My Thoughts This Week

Dear members and friends in our community,

I spent most of the past week, like many of you, consumed with worry for our region and our country. Tensions were already high after several months of dealing with the COVID-19 pandemic, the biggest economic and public health crisis any of us have ever experienced. Then, the tragic murder of George Floyd ignited an explosion of anger at ongoing racial inequity and injustice. Communities across our region are hurt, disoriented, and fractured.

We understand and support the desire to be heard through peaceful protests, recognizing we have a shared responsibility to remedy the underlying causes that have persisted for too long. And we all sincerely hope for a lasting end to the violence that has swept our nation over the past several days knowing this will not unite us in moving forward.

I want to thank the many government, community, and business leaders who have worked for years to address inequality and justice issues across our region. I also want to acknowledge everyone currently determined to bring about the healing we require. We need to turn this dark time into a clarion call for constructive action. We need to invite honest dialogue, listen to residents’ concerns, embrace accountability and transparency, and implement permanent solutions to make our diverse communities more equitable.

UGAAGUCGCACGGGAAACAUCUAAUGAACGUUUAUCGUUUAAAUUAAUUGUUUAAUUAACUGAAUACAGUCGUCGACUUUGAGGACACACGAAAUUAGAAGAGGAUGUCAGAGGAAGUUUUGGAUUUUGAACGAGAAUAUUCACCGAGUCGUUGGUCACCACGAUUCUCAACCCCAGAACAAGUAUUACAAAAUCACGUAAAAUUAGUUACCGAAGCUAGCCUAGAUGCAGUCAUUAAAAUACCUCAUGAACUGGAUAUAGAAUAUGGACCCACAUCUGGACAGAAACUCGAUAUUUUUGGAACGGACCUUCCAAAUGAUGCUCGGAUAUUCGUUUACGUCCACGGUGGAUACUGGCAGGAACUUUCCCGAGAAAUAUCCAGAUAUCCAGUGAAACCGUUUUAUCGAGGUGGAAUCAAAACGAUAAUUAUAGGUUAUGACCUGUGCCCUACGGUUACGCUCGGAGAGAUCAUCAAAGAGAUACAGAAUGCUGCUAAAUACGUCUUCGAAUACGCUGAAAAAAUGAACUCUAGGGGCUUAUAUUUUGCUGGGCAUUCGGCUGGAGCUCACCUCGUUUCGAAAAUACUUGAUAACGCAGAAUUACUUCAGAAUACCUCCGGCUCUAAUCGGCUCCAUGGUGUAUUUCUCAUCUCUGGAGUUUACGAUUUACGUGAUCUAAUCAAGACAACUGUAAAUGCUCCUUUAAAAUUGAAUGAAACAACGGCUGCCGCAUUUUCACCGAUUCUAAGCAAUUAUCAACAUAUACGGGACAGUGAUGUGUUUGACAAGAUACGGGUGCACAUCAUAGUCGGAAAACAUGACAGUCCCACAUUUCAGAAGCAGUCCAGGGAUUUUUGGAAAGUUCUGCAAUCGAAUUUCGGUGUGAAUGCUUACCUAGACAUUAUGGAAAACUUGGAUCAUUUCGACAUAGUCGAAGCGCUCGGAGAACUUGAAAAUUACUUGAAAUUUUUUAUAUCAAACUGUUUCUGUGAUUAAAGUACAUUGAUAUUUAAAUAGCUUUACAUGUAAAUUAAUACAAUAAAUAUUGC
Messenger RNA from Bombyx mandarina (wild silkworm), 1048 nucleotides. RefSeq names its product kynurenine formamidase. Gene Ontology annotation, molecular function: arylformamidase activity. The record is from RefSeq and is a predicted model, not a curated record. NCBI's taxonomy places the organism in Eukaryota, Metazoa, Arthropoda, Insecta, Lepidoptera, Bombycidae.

We have a long way to go and it won’t be easy. It is no secret that our region is plagued by deep racial divides ranging from income inequality to gaps in life expectancy. Access to many basic daily necessities is often uneven—including transit, healthcare, jobs, housing, safety, education, technology, and food. We must reverse such disparities, ensure fairness, create equal opportunities, and embrace our different stories.

We must strive for a country and national capital area in which all people are supported and protected—and we can make that vision a reality by refocusing our efforts on inclusive, equitable communities and economic growth.

At the Greater Washington Board of Trade, we know that an inclusive and equitable region is healthier, more vibrant, more competitive, and more productive. Achieving equity isn’t only the right thing to do, our collective future prosperity depends on it. We will continue to listen and are committed to working with our members and partners to be part of the solution. Our region and our residents deserve nothing less.


Jack McDougle
President & CEO, Greater Washington Board of Trade